Hungary this year succeeded in preserving its work-based society, Orbán said, adding that employment in the country had never been as high as in 2022. Employment is at a 30-year high, with 74.6 percent of Hungarians working, he said. Though 2022 was an election year, Hungary still managed to reduce its budget deficit, “which is very rare in European politics, but not unprecedented in Hungary”, he said, noting that the same had happened in 2018.
The government has also restored the 13th month pension, families were refunded a significant portion of their taxes and a tax exemption was introduced for Hungarians under the age of 25, he noted. Orbán said it was also an “exceptional achievement” that Hungary had reached an agreement with the European Union, overcoming the “hungarophobia” which he said had taken hold in the liberal world. The prime minister expressed hope that the agreements reached with the EU would be signed in the next couple of days.
As regards Hungary’s goals for 2023, Orbán said: “We will be on the defensive in 2023 but won’t give up on our great objectives.” Staying out of the war in Ukraine will continue to be of paramount importance for the country, Orbán said, adding that another top priority was to ensure economic growth as opposed to recession elsewhere in Europe. The government also wants to ensure that inflation is brought down to the single digits by the end of 2023, he said.
Speaking ahead of a government session later on Wednesday, Orbán said the government was expected to decide on extending young people’s personal income tax exemption from 25 years of age to 30 in the case of mothers. “Sovereignty, freedom, full employment and assistance to families — those are the great goals we won’t give up even under predictably difficult conditions,” Orbán said. Asked about the corruption scandal in the European Parliament, Orbán said Hungary, as a member of the EU, could not view the issue as an outsider. “Fortunately, the case doesn’t concern Hungarians, but it’s bad news for all EU member states,” he added.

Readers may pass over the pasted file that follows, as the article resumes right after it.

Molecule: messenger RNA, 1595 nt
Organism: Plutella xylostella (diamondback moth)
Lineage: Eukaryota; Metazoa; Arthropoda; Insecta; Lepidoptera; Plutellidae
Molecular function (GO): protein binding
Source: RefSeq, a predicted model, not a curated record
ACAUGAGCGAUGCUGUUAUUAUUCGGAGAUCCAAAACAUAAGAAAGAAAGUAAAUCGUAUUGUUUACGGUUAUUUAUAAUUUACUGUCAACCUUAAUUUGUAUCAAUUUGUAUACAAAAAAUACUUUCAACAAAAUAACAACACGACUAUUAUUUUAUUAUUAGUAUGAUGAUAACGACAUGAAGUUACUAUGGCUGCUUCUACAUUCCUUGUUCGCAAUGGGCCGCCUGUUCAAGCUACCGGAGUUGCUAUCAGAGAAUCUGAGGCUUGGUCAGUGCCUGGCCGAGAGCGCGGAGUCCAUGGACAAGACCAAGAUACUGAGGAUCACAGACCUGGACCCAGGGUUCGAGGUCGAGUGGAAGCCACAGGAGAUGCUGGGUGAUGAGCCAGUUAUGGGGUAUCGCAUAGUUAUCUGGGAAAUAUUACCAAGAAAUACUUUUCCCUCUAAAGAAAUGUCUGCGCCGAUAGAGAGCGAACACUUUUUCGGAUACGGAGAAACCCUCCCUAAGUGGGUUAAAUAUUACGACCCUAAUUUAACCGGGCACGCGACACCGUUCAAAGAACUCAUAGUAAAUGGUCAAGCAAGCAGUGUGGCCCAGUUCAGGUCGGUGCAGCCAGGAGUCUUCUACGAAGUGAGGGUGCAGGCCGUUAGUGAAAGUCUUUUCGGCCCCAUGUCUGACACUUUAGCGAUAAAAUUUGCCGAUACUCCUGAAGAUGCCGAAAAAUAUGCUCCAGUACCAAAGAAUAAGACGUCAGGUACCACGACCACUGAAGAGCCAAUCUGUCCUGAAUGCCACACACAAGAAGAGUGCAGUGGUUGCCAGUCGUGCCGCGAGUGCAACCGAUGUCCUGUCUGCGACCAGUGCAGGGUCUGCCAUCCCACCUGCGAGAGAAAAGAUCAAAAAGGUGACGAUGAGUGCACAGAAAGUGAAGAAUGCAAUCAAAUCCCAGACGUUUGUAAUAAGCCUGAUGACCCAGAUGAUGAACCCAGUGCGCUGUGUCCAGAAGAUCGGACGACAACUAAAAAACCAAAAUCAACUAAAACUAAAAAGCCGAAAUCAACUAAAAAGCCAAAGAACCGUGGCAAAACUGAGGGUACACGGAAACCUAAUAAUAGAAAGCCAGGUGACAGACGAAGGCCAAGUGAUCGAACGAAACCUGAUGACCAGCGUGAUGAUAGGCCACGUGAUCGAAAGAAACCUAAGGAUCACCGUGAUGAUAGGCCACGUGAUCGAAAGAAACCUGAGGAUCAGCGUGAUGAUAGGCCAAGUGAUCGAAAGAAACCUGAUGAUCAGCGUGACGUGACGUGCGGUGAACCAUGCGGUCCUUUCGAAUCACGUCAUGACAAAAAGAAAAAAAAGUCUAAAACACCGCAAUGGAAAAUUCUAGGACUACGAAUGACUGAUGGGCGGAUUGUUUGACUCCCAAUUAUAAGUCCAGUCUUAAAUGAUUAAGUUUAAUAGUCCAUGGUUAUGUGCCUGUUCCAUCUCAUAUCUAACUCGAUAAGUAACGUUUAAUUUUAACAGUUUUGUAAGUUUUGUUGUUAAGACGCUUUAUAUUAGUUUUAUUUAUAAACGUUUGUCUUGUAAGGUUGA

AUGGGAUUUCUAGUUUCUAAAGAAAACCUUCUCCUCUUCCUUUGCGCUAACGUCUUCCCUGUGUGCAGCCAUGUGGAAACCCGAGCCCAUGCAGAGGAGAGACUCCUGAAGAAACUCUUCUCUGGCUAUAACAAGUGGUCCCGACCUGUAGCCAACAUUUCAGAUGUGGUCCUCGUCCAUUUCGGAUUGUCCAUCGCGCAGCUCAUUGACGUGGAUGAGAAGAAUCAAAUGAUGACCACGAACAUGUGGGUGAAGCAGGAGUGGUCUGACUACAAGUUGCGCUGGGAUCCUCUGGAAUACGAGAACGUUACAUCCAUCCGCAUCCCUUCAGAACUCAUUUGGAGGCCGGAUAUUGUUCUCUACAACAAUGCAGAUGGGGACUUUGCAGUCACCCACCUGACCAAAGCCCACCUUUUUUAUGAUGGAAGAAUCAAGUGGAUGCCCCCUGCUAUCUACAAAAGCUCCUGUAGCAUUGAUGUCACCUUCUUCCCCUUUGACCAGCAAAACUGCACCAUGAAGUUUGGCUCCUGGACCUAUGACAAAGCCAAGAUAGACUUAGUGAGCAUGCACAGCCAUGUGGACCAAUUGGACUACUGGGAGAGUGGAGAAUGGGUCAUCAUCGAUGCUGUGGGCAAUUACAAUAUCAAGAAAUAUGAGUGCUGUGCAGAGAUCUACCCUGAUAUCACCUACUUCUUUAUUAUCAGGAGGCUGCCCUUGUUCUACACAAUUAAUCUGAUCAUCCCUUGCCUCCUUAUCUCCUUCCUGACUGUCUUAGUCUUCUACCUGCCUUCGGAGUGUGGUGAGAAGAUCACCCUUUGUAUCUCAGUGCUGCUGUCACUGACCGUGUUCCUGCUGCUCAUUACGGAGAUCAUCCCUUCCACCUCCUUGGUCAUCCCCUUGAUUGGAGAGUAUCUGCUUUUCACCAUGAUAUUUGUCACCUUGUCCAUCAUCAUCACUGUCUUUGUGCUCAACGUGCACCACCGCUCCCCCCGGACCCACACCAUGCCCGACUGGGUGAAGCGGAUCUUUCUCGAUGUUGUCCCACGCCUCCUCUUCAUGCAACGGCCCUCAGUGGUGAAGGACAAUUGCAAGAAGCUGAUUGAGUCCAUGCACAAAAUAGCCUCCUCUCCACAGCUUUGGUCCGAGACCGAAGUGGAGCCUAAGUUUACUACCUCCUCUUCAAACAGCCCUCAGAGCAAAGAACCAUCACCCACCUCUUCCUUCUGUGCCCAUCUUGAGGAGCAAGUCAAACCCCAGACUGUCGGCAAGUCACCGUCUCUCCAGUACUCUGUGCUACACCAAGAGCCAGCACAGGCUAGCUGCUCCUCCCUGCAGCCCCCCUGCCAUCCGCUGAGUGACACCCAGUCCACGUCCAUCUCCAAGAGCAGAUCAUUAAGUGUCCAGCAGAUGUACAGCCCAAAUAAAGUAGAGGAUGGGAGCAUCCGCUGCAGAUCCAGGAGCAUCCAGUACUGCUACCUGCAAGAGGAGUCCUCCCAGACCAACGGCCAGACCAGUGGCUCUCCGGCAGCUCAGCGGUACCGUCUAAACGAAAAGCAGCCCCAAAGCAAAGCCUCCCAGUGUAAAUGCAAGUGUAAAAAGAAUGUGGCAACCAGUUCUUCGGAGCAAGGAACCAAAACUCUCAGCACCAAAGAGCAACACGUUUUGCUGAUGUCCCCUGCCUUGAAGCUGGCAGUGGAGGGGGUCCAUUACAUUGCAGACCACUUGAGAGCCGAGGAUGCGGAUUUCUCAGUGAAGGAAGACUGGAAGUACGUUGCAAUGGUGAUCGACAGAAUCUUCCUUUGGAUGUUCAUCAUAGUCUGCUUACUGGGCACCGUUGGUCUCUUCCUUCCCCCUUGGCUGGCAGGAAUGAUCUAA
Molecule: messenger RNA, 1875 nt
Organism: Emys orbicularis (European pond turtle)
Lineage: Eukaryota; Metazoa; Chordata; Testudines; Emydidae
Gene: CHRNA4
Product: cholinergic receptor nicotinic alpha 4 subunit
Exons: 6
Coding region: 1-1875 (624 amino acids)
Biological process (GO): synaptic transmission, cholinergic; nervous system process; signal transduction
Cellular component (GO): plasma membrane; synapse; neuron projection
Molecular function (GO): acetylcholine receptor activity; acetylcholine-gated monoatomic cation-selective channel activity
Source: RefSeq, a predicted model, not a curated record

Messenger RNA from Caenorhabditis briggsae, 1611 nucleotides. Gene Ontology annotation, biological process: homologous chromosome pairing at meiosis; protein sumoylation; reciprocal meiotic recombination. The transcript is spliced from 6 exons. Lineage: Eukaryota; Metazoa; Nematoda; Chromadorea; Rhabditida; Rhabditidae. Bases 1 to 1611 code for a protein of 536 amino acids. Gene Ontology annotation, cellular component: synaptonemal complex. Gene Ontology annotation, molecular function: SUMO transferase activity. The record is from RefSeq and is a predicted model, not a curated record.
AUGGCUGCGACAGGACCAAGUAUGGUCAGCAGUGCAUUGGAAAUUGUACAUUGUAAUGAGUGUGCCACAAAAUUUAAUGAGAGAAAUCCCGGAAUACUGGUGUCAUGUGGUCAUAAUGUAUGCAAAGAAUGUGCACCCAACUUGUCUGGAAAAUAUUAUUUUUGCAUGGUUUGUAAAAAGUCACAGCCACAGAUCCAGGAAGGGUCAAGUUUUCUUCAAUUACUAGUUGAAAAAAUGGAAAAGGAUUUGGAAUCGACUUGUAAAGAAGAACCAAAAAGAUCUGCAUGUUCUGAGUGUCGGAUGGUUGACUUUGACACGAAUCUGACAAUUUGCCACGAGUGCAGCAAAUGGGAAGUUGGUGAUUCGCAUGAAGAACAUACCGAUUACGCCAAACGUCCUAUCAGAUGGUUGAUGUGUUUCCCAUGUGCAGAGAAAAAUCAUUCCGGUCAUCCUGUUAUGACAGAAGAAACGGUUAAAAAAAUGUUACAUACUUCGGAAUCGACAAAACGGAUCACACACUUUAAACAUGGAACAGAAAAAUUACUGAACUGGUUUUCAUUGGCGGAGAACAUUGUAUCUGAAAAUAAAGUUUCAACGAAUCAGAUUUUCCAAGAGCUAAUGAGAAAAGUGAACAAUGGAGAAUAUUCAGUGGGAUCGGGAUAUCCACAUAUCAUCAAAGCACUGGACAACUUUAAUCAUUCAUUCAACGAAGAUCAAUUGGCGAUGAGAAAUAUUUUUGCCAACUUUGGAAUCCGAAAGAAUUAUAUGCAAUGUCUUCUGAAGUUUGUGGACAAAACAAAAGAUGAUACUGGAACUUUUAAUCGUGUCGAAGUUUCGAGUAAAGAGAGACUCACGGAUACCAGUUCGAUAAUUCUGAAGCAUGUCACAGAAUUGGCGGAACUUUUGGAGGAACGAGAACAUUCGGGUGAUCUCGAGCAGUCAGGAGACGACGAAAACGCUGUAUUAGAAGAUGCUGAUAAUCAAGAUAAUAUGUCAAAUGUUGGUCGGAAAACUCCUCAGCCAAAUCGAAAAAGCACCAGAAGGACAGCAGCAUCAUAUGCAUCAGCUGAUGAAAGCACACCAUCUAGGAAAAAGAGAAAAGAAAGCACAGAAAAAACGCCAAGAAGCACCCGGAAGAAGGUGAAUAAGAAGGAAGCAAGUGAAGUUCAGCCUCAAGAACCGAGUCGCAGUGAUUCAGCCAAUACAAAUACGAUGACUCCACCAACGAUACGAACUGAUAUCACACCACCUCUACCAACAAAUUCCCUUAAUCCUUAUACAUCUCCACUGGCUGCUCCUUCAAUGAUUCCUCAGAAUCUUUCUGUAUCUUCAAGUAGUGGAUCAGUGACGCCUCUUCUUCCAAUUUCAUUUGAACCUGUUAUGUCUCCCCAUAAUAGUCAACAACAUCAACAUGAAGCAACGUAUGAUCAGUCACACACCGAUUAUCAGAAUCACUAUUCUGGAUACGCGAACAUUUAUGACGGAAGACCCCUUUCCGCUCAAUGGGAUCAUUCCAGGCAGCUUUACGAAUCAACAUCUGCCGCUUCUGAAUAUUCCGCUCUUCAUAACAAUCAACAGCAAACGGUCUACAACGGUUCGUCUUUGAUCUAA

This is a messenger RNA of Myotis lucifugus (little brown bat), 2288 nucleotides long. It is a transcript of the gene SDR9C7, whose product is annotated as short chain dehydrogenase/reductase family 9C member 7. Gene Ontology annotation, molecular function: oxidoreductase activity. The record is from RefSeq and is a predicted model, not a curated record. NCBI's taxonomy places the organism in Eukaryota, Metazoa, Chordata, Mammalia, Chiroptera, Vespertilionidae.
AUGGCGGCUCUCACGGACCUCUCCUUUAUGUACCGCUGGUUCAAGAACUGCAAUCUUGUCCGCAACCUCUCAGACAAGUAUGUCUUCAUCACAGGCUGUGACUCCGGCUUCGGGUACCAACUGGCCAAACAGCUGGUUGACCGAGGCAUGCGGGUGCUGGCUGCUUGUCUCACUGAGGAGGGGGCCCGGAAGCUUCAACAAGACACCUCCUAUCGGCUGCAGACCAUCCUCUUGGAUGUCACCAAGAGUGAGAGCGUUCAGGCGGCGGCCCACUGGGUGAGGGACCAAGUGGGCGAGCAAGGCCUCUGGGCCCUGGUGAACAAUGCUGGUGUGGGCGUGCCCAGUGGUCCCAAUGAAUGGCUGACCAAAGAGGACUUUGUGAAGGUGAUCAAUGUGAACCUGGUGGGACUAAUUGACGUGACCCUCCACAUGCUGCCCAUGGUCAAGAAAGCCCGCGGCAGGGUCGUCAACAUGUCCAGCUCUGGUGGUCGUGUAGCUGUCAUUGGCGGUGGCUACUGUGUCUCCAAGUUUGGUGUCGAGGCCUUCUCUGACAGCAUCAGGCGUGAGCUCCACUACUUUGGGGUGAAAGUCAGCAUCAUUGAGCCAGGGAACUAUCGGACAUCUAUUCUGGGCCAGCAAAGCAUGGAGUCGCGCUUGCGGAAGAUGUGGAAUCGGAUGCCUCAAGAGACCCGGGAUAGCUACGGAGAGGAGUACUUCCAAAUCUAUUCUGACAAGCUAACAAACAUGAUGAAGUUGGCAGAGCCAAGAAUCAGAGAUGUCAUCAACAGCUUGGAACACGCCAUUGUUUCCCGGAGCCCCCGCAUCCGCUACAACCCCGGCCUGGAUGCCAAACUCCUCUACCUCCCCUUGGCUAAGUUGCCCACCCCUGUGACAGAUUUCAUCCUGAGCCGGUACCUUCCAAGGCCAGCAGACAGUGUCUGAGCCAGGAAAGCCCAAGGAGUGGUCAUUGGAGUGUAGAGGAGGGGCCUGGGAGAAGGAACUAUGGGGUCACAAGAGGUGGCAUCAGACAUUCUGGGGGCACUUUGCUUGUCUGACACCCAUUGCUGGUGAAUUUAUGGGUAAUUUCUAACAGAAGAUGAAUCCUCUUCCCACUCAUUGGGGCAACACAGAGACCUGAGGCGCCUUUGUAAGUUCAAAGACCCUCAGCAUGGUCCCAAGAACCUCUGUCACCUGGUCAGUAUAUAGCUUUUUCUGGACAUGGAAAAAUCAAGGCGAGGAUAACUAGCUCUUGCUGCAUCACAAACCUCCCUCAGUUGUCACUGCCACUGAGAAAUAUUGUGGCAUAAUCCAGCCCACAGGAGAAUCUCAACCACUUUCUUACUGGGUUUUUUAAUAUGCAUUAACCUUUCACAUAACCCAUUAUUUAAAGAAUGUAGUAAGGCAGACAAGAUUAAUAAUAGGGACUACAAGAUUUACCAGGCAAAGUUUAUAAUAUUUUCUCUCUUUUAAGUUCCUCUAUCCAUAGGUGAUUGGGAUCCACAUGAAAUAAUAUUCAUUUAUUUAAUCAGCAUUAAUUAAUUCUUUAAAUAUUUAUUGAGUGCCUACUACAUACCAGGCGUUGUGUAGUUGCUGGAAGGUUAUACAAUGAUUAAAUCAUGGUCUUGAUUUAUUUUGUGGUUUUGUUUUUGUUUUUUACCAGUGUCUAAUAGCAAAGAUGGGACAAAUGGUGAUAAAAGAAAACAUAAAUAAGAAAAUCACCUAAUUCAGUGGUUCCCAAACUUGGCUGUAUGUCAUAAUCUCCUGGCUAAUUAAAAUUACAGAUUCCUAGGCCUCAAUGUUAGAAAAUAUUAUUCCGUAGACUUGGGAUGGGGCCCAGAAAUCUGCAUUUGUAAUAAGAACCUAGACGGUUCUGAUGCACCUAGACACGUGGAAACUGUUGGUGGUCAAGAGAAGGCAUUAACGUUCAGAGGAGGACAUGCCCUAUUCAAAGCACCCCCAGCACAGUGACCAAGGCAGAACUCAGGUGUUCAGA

Orbán said Hungary had disagreements with European institutions, which he said the country wanted to transform, but these institutions’ loss of credibility makes the community which Hungary is a part of weaker. He said the case vindicated the Hungarian parliament’s decision regarding the future of the EU, namely that the EP in its current form needed to be wound up and the body should comprise representatives delegated by member states. The prime minister argued that lawmakers in national parliaments were under much stricter supervision. He noted that the EP in the past had been made up of lawmakers delegated by national parliaments, adding that it would be worthwhile to return to that system.
As regards his political view on the case, Orbán said the only solution against swamping was to “drain the swamp”. Orbán said it could not be declared that corruption was only present on the left side of the political spectrum, referring to reports that more and more European People’s Party politicians were being implicated in the corruption scandal. This is a danger that threatens democratic politics everywhere and which must be fended off, he said. The question is why there weren’t any defence mechanisms in place given that “everyone in Brussels knew that this didn’t just start now,” he added.
Concerning education being the responsibility of the interior ministry, Orbán said leaders had to be competent in leadership and could rely on experts when it came to various professional areas. Leaders must integrate knowledge into the area they control, he added. The government’s intention had been to consult with unions on matters concerning financial demands and with teachers on professional matters, the prime minister said.
Orbán said that in 2007, the dismantling of cordons by then-opposition Fidesz officials had been an act of protest against the “police government” which he said had violated freedoms and the law on the right to assembly. He said in connection with protests by teachers that all public sector employees needed to respect the legal forms of protesting, “otherwise they harm those who don’t deserve it”. In the public sector it is twice as important not to approach things from a political aspect, but rather to stick to the law, he added.
As regards the state of public education, Orbán said the prime minister should listen to parents, students and teachers rather than pass his own judgment. The knowledge young people bring to their first job is also important, he added. Orbán also said that what mattered most was young people’s physical and mental health, noting that the government had addressed this by increasing the number of physical education classes and introducing religious education classes. The prime minister said he was on the side of teachers on the issue of pay rises, noting that following the recovery from the financial crisis after 2010, education had been the first area where the government introduced the career model. He added that a more significant pay rise was needed to correct the disproportionality in “unacceptably low entry salaries”.